A leveraged buyout of Walgreens Boots Alliance could be done because of the availability of cheap financing, the company’s strong earnings power, and the possible participation by Berkshire Hathaway, according to Bill Smead, who runs the Smead Value fund, a Walgreens holder.
“The smartest thing to do now is to borrow money and exchange it for assets,” Smead says.
Investors are coming around to that view lately as shares of companies like Bristol-Myers Squibb (ticker: BMY) and AbbVie (ABBV) rally amid greater enthusiasm for their pending acquisitions of Celgene (CELG) and Allergan (AGN), respectively. Both deals, which initially were greeted poorly on Wall Street, make liberal use of borrowed money. AbbVie reportedly is seeing strong demand Tuesday for what could be $30 billion of new debt for the Allergan deal.
Walgreens shares (WBA) are up 0.45% at $62.53 Tuesday after gaining almost $3, or 5%, Monday on reports that KKR (KKR) has formally approached Walgreens, which now has a market value of $56 billion, about a deal to take the big drugstore chain private. Smead thinks a fair price for Walgreen would be $75 or $80 a share, or about $70 billion.
“Walgreens has been one of the most reliable businesses in the U.S. for the past 50 years,” Smead says. “It’s a massive generator of cash flow that pays out a meaningful dividend and buys back a lot of stock.” The company has a nearly 3% dividend and bought back about 7% of its shares in its fiscal year ended in August.
The stock, though, has been out of favor this year amid investor concerns about a flattening in earnings, investment spending, and a potential disruption of the traditional pharmacy business by Amazon.com (AMZN). While higher lately on the buyout speculation, Walgreen shares are well below their 52-week high of $86 set last December.
Barron’s wrote Monday that an LBO of Walgreens could be tough to pull off, given the size of deal—which would be the largest LBO ever—and the need for a significant amount of equity to finance it.
Smead argues that a deal is doable. He notes that Walgreens CEO Stefano Pessina owns a 16% stake and presumably would roll it into the LBO, meaning that KKR wouldn’t have to finance that portion of the deal. In addition, Walgreens owns a stake in AmerisourceBergen (ABC), the drug distributor, worth about $5 billion, which it could liquidate.
If a deal is done at $70 billion, KKR could raise $35 billion in debt, resulting in a total net debt of Walgreens of around $50 billion, or a manageable six times annual earnings before interest, taxes, depreciation, and amortization, or Ebitda. Rival CVS Health (CVS) has a debt to Ebitda ratio of around four.
Given the Pessina stake, KKR would have to raise nearly $25 billion of equity in this scenario, which could be reduced if the AmerisourceBergen interest is sold.
That still would mean a sizable equity investment by KKR. Smead suggests that Berkshire Hathaway (BRKA) could participate in the deal, just the way it teamed with Brazilian investment firm 3G Capital in the 2013 purchase of Heinz and subsequent merger with Kraft to form Kraft Heinz (KHC).
Barron’s has argued that Walgreens would be an ideal acquisition target for Berkshire as CEO Warren Buffett searches for what he called “an elephant-sized acquisition” using Berkshire’s cash hoard of $128 billion.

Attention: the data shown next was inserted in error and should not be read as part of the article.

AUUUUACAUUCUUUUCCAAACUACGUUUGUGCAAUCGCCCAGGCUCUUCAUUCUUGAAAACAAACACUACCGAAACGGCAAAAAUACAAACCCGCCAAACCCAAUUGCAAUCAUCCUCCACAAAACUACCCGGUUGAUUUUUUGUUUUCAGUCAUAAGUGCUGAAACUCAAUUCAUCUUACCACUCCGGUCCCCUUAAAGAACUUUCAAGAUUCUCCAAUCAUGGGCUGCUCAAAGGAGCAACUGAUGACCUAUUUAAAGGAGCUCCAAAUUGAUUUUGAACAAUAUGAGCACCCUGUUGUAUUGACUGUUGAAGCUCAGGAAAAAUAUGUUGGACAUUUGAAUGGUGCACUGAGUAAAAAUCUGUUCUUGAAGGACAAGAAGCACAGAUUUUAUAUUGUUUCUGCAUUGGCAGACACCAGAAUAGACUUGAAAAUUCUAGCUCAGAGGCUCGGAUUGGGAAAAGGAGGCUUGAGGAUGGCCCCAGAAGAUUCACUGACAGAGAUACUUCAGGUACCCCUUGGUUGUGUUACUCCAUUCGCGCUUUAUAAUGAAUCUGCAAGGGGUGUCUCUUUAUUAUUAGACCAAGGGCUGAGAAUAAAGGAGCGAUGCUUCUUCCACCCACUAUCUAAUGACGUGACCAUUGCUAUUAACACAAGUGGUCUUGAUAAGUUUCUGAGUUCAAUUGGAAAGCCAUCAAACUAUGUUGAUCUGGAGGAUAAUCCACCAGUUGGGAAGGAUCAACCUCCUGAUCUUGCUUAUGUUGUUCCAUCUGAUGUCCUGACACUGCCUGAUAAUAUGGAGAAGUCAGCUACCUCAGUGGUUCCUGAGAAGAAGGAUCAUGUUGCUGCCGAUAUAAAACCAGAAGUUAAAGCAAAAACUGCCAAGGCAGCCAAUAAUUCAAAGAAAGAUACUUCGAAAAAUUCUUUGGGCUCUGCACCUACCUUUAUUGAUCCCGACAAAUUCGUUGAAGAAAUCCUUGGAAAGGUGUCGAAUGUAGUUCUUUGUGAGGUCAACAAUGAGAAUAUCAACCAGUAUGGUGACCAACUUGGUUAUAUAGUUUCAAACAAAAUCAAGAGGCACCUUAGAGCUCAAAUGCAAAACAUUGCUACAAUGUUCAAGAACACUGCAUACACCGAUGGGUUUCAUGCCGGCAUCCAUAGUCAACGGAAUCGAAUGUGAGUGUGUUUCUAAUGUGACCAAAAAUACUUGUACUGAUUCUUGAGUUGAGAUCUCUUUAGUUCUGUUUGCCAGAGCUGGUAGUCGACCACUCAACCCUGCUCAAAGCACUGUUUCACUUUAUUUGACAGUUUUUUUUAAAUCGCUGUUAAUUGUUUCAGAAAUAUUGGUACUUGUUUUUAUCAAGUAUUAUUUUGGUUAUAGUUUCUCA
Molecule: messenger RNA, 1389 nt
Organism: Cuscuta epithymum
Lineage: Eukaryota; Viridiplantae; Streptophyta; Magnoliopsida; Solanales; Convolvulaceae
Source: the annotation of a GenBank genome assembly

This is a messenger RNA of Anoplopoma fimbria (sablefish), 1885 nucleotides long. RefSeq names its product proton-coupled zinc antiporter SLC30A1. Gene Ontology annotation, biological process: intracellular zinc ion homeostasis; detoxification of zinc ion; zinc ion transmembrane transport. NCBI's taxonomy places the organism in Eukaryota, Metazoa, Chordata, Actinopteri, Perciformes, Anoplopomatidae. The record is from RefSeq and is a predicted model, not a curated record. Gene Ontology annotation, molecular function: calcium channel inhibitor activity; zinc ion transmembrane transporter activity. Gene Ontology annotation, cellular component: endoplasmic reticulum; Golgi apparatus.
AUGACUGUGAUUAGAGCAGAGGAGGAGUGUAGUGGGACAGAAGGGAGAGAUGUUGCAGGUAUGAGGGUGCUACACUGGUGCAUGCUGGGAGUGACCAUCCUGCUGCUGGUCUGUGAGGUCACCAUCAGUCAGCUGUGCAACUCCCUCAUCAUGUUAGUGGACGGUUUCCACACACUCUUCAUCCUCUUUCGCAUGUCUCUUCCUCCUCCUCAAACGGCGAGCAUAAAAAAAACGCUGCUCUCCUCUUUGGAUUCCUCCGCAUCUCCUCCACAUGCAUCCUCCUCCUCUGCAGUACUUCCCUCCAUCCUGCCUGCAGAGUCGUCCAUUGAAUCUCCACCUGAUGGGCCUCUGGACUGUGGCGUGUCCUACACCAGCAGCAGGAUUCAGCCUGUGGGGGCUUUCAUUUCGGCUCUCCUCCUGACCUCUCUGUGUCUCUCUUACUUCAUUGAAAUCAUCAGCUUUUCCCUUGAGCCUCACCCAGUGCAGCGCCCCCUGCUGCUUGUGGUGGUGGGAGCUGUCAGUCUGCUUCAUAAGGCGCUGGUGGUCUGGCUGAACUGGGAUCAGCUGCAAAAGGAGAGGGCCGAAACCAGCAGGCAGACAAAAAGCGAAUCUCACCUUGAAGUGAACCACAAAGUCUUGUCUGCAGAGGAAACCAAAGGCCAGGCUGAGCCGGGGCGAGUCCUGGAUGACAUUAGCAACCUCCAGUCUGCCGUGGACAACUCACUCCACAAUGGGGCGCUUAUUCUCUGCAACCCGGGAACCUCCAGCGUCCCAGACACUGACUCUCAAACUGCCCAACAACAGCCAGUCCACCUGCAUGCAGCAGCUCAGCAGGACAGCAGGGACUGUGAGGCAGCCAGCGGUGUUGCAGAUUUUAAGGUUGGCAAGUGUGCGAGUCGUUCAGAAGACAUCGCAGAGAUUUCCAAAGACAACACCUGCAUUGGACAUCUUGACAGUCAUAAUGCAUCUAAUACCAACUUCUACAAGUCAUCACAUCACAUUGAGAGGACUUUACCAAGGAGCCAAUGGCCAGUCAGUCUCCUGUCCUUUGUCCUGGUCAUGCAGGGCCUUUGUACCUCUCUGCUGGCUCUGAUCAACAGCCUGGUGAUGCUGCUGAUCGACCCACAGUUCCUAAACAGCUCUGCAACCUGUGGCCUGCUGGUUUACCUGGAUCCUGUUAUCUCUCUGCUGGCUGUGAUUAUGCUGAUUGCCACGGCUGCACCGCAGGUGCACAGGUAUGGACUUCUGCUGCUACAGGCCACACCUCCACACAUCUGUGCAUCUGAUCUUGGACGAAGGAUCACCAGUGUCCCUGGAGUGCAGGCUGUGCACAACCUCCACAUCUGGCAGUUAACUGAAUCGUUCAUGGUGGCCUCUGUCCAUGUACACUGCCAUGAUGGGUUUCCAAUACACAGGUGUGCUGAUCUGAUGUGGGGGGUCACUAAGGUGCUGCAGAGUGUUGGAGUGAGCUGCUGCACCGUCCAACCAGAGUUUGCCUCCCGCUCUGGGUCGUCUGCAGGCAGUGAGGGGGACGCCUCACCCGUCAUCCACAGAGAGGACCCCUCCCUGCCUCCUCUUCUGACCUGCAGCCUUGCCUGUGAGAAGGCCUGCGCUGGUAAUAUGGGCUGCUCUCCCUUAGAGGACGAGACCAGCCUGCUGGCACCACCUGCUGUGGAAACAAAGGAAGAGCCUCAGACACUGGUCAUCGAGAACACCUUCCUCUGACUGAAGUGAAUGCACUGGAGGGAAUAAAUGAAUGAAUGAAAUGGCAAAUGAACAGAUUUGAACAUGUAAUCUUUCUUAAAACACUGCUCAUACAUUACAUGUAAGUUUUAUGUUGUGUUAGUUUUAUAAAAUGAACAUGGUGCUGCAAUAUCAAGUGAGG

Berkshire, which declined to comment, could swallow Walgreens whole but also could contribute, say, $10 billion, of equity, either common or preferred stock, to a KKR-led deal. It also could buy the AmerisourceBergen stake held by Walgreens. Walgreens and KKR had no immediate comment.
Berkshire earlier this year bought $10 billion of preferred stock from Occidental Petroleum (OXY) to finance its controversial $57 billion deal to buy Anadarko Petroleum. Walgreens is the kind of enterprise that likely appeals to Buffett given its entrenched position in the pharmacy business and its low valuation in a record stock market. Buffett would have to overcome his aversion to the private-equity business to participate in a Walgreens LBO.
Even with the LBO speculation, Walgreens now trades for just 11 times projected earnings in its current fiscal year ending August 2020, making it one of the cheapest stocks in the Dow Jones Industrial Average. The market multiple is around 18.
An LBO price of $70 or less, however, could arouse shareholder opposition, especially if Pessina is rolling his stake into the private company. In such a scenario, investors could argue that Walgreens is temporarily out of favor and that a buyout undervalues the company.
In a client note Tuesday, J.P. Morgan analyst Lisa Gill wrote that an LBO could be valued at up to about $75 a share and earn a potential 15% annual internal rate of return to KKR—which she considers the minimum targeted return that a private-equity firm would require for such a deal.
She wrote that in going private, Walgreen would be able to “pursue current initiatives outside of the eye of public shareholders.” However, a deal would likely “limit the company’s financial flexibility, as there would be less free cash available to invest in the business.” Given the challenges in the pharmacy business, a highly leveraged Walgreens could be at a disadvantage relative to CVS and others.
Walgreens’ board could determine that the best course is to pursue the company’s current course, avoid the financial dislocations of an LBO, return cash to shareholders, and await a potential revaluation of the stock.
Write to Andrew Bary at [email protected]